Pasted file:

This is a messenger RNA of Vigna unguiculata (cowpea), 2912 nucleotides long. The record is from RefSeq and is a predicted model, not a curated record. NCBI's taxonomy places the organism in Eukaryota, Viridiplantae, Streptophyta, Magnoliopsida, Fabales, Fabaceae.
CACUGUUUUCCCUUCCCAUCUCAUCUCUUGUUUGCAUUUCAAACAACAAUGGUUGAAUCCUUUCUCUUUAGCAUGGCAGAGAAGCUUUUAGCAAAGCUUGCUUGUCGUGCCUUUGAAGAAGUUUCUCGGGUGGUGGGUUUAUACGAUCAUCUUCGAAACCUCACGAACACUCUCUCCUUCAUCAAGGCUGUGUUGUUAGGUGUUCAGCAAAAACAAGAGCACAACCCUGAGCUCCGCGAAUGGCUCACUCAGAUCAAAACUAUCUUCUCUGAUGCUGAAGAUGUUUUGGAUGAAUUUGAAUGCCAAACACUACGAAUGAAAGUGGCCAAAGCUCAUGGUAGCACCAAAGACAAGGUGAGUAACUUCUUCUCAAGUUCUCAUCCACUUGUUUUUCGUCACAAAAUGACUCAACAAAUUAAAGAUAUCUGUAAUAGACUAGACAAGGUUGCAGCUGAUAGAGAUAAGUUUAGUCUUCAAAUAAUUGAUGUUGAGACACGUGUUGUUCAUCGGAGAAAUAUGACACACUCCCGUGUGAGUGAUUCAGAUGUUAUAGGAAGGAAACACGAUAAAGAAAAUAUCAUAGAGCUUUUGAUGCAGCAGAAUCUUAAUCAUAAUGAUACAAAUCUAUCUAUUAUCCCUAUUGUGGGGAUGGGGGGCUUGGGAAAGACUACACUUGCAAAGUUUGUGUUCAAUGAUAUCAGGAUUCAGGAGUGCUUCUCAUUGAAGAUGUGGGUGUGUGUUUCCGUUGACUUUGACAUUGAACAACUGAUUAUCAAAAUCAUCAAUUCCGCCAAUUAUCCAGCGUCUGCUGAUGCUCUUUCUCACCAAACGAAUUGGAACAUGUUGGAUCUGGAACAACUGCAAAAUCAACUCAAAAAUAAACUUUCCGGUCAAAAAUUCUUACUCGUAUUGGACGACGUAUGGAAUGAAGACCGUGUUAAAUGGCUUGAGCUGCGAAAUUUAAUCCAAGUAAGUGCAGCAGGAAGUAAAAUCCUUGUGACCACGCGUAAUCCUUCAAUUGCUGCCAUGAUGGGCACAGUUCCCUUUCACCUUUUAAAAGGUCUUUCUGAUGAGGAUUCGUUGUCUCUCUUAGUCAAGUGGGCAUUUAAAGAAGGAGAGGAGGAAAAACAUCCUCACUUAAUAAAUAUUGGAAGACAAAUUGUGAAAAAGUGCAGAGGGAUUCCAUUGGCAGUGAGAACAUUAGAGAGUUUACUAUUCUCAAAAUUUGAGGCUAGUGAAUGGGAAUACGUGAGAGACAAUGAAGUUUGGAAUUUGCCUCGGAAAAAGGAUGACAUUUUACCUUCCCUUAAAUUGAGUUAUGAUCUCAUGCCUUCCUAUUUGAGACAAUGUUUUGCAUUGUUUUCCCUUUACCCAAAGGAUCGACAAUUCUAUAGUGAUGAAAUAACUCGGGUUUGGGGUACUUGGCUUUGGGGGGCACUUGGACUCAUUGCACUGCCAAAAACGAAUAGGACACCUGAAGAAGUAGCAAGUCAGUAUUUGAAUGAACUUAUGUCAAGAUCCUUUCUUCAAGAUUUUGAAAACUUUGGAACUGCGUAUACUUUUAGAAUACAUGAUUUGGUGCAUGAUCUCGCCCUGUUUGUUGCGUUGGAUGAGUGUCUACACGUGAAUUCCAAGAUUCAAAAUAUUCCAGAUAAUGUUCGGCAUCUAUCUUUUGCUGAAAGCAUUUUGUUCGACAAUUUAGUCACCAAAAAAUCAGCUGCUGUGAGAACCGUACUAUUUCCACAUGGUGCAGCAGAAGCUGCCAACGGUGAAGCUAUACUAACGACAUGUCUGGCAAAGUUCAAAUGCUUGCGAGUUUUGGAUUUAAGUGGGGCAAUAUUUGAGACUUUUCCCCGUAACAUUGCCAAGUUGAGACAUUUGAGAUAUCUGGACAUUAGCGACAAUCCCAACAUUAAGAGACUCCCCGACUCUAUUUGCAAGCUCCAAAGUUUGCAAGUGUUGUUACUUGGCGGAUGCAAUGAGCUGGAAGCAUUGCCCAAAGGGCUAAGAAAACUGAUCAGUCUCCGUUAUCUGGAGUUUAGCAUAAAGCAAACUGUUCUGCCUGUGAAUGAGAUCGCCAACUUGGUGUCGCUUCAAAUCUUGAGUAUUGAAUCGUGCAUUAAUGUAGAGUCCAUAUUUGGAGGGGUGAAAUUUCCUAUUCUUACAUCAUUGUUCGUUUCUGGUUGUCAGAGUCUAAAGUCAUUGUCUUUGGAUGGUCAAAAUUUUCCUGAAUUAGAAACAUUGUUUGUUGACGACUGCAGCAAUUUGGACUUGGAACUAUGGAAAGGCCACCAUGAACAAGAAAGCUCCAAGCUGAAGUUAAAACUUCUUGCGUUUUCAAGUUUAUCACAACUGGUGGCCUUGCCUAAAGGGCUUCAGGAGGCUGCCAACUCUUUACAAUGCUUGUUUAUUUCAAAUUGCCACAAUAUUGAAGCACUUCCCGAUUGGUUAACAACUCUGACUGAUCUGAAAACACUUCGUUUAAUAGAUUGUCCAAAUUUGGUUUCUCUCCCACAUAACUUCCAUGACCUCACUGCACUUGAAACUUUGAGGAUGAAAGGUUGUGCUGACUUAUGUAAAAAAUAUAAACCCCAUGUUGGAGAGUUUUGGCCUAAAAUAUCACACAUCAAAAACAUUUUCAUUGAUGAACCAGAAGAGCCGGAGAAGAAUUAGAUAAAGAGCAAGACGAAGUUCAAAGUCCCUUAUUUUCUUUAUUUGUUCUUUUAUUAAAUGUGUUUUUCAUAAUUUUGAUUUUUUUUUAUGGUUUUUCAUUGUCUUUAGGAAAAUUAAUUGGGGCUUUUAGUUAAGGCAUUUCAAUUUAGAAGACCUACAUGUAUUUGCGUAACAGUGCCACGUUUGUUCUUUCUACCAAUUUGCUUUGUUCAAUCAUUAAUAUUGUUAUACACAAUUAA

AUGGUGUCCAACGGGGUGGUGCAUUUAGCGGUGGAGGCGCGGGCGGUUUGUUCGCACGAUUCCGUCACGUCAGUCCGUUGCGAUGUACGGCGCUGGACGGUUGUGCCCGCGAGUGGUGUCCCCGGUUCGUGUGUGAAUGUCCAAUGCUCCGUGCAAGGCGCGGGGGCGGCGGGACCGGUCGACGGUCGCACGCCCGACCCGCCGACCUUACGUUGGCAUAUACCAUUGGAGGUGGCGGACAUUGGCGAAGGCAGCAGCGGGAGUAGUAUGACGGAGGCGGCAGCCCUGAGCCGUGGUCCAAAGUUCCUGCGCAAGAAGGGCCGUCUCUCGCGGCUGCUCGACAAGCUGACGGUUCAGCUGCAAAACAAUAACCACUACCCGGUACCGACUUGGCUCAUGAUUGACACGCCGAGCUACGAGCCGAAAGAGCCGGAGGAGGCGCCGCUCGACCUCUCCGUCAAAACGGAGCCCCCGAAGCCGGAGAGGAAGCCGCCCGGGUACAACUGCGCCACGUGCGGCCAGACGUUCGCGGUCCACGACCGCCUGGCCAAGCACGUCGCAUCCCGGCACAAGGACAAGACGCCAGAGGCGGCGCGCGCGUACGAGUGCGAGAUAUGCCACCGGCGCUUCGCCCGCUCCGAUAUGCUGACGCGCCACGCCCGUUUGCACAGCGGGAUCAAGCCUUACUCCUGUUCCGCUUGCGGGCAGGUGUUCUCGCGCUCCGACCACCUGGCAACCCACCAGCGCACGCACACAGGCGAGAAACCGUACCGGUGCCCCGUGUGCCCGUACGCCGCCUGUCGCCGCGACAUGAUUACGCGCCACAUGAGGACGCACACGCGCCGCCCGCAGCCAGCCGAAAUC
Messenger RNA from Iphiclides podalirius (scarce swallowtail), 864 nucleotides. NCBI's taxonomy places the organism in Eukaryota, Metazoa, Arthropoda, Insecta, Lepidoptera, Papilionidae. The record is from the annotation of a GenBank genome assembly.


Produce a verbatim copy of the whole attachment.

This is a messenger RNA of Vigna unguiculata (cowpea), 2912 nucleotides long. The record is from RefSeq and is a predicted model, not a curated record. NCBI's taxonomy places the organism in Eukaryota, Viridiplantae, Streptophyta, Magnoliopsida, Fabales, Fabaceae.
CACUGUUUUCCCUUCCCAUCUCAUCUCUUGUUUGCAUUUCAAACAACAAUGGUUGAAUCCUUUCUCUUUAGCAUGGCAGAGAAGCUUUUAGCAAAGCUUGCUUGUCGUGCCUUUGAAGAAGUUUCUCGGGUGGUGGGUUUAUACGAUCAUCUUCGAAACCUCACGAACACUCUCUCCUUCAUCAAGGCUGUGUUGUUAGGUGUUCAGCAAAAACAAGAGCACAACCCUGAGCUCCGCGAAUGGCUCACUCAGAUCAAAACUAUCUUCUCUGAUGCUGAAGAUGUUUUGGAUGAAUUUGAAUGCCAAACACUACGAAUGAAAGUGGCCAAAGCUCAUGGUAGCACCAAAGACAAGGUGAGUAACUUCUUCUCAAGUUCUCAUCCACUUGUUUUUCGUCACAAAAUGACUCAACAAAUUAAAGAUAUCUGUAAUAGACUAGACAAGGUUGCAGCUGAUAGAGAUAAGUUUAGUCUUCAAAUAAUUGAUGUUGAGACACGUGUUGUUCAUCGGAGAAAUAUGACACACUCCCGUGUGAGUGAUUCAGAUGUUAUAGGAAGGAAACACGAUAAAGAAAAUAUCAUAGAGCUUUUGAUGCAGCAGAAUCUUAAUCAUAAUGAUACAAAUCUAUCUAUUAUCCCUAUUGUGGGGAUGGGGGGCUUGGGAAAGACUACACUUGCAAAGUUUGUGUUCAAUGAUAUCAGGAUUCAGGAGUGCUUCUCAUUGAAGAUGUGGGUGUGUGUUUCCGUUGACUUUGACAUUGAACAACUGAUUAUCAAAAUCAUCAAUUCCGCCAAUUAUCCAGCGUCUGCUGAUGCUCUUUCUCACCAAACGAAUUGGAACAUGUUGGAUCUGGAACAACUGCAAAAUCAACUCAAAAAUAAACUUUCCGGUCAAAAAUUCUUACUCGUAUUGGACGACGUAUGGAAUGAAGACCGUGUUAAAUGGCUUGAGCUGCGAAAUUUAAUCCAAGUAAGUGCAGCAGGAAGUAAAAUCCUUGUGACCACGCGUAAUCCUUCAAUUGCUGCCAUGAUGGGCACAGUUCCCUUUCACCUUUUAAAAGGUCUUUCUGAUGAGGAUUCGUUGUCUCUCUUAGUCAAGUGGGCAUUUAAAGAAGGAGAGGAGGAAAAACAUCCUCACUUAAUAAAUAUUGGAAGACAAAUUGUGAAAAAGUGCAGAGGGAUUCCAUUGGCAGUGAGAACAUUAGAGAGUUUACUAUUCUCAAAAUUUGAGGCUAGUGAAUGGGAAUACGUGAGAGACAAUGAAGUUUGGAAUUUGCCUCGGAAAAAGGAUGACAUUUUACCUUCCCUUAAAUUGAGUUAUGAUCUCAUGCCUUCCUAUUUGAGACAAUGUUUUGCAUUGUUUUCCCUUUACCCAAAGGAUCGACAAUUCUAUAGUGAUGAAAUAACUCGGGUUUGGGGUACUUGGCUUUGGGGGGCACUUGGACUCAUUGCACUGCCAAAAACGAAUAGGACACCUGAAGAAGUAGCAAGUCAGUAUUUGAAUGAACUUAUGUCAAGAUCCUUUCUUCAAGAUUUUGAAAACUUUGGAACUGCGUAUACUUUUAGAAUACAUGAUUUGGUGCAUGAUCUCGCCCUGUUUGUUGCGUUGGAUGAGUGUCUACACGUGAAUUCCAAGAUUCAAAAUAUUCCAGAUAAUGUUCGGCAUCUAUCUUUUGCUGAAAGCAUUUUGUUCGACAAUUUAGUCACCAAAAAAUCAGCUGCUGUGAGAACCGUACUAUUUCCACAUGGUGCAGCAGAAGCUGCCAACGGUGAAGCUAUACUAACGACAUGUCUGGCAAAGUUCAAAUGCUUGCGAGUUUUGGAUUUAAGUGGGGCAAUAUUUGAGACUUUUCCCCGUAACAUUGCCAAGUUGAGACAUUUGAGAUAUCUGGACAUUAGCGACAAUCCCAACAUUAAGAGACUCCCCGACUCUAUUUGCAAGCUCCAAAGUUUGCAAGUGUUGUUACUUGGCGGAUGCAAUGAGCUGGAAGCAUUGCCCAAAGGGCUAAGAAAACUGAUCAGUCUCCGUUAUCUGGAGUUUAGCAUAAAGCAAACUGUUCUGCCUGUGAAUGAGAUCGCCAACUUGGUGUCGCUUCAAAUCUUGAGUAUUGAAUCGUGCAUUAAUGUAGAGUCCAUAUUUGGAGGGGUGAAAUUUCCUAUUCUUACAUCAUUGUUCGUUUCUGGUUGUCAGAGUCUAAAGUCAUUGUCUUUGGAUGGUCAAAAUUUUCCUGAAUUAGAAACAUUGUUUGUUGACGACUGCAGCAAUUUGGACUUGGAACUAUGGAAAGGCCACCAUGAACAAGAAAGCUCCAAGCUGAAGUUAAAACUUCUUGCGUUUUCAAGUUUAUCACAACUGGUGGCCUUGCCUAAAGGGCUUCAGGAGGCUGCCAACUCUUUACAAUGCUUGUUUAUUUCAAAUUGCCACAAUAUUGAAGCACUUCCCGAUUGGUUAACAACUCUGACUGAUCUGAAAACACUUCGUUUAAUAGAUUGUCCAAAUUUGGUUUCUCUCCCACAUAACUUCCAUGACCUCACUGCACUUGAAACUUUGAGGAUGAAAGGUUGUGCUGACUUAUGUAAAAAAUAUAAACCCCAUGUUGGAGAGUUUUGGCCUAAAAUAUCACACAUCAAAAACAUUUUCAUUGAUGAACCAGAAGAGCCGGAGAAGAAUUAGAUAAAGAGCAAGACGAAGUUCAAAGUCCCUUAUUUUCUUUAUUUGUUCUUUUAUUAAAUGUGUUUUUCAUAAUUUUGAUUUUUUUUUAUGGUUUUUCAUUGUCUUUAGGAAAAUUAAUUGGGGCUUUUAGUUAAGGCAUUUCAAUUUAGAAGACCUACAUGUAUUUGCGUAACAGUGCCACGUUUGUUCUUUCUACCAAUUUGCUUUGUUCAAUCAUUAAUAUUGUUAUACACAAUUAA

AUGGUGUCCAACGGGGUGGUGCAUUUAGCGGUGGAGGCGCGGGCGGUUUGUUCGCACGAUUCCGUCACGUCAGUCCGUUGCGAUGUACGGCGCUGGACGGUUGUGCCCGCGAGUGGUGUCCCCGGUUCGUGUGUGAAUGUCCAAUGCUCCGUGCAAGGCGCGGGGGCGGCGGGACCGGUCGACGGUCGCACGCCCGACCCGCCGACCUUACGUUGGCAUAUACCAUUGGAGGUGGCGGACAUUGGCGAAGGCAGCAGCGGGAGUAGUAUGACGGAGGCGGCAGCCCUGAGCCGUGGUCCAAAGUUCCUGCGCAAGAAGGGCCGUCUCUCGCGGCUGCUCGACAAGCUGACGGUUCAGCUGCAAAACAAUAACCACUACCCGGUACCGACUUGGCUCAUGAUUGACACGCCGAGCUACGAGCCGAAAGAGCCGGAGGAGGCGCCGCUCGACCUCUCCGUCAAAACGGAGCCCCCGAAGCCGGAGAGGAAGCCGCCCGGGUACAACUGCGCCACGUGCGGCCAGACGUUCGCGGUCCACGACCGCCUGGCCAAGCACGUCGCAUCCCGGCACAAGGACAAGACGCCAGAGGCGGCGCGCGCGUACGAGUGCGAGAUAUGCCACCGGCGCUUCGCCCGCUCCGAUAUGCUGACGCGCCACGCCCGUUUGCACAGCGGGAUCAAGCCUUACUCCUGUUCCGCUUGCGGGCAGGUGUUCUCGCGCUCCGACCACCUGGCAACCCACCAGCGCACGCACACAGGCGAGAAACCGUACCGGUGCCCCGUGUGCCCGUACGCCGCCUGUCGCCGCGACAUGAUUACGCGCCACAUGAGGACGCACACGCGCCGCCCGCAGCCAGCCGAAAUC
Messenger RNA from Iphiclides podalirius (scarce swallowtail), 864 nucleotides. NCBI's taxonomy places the organism in Eukaryota, Metazoa, Arthropoda, Insecta, Lepidoptera, Papilionidae. The record is from the annotation of a GenBank genome assembly.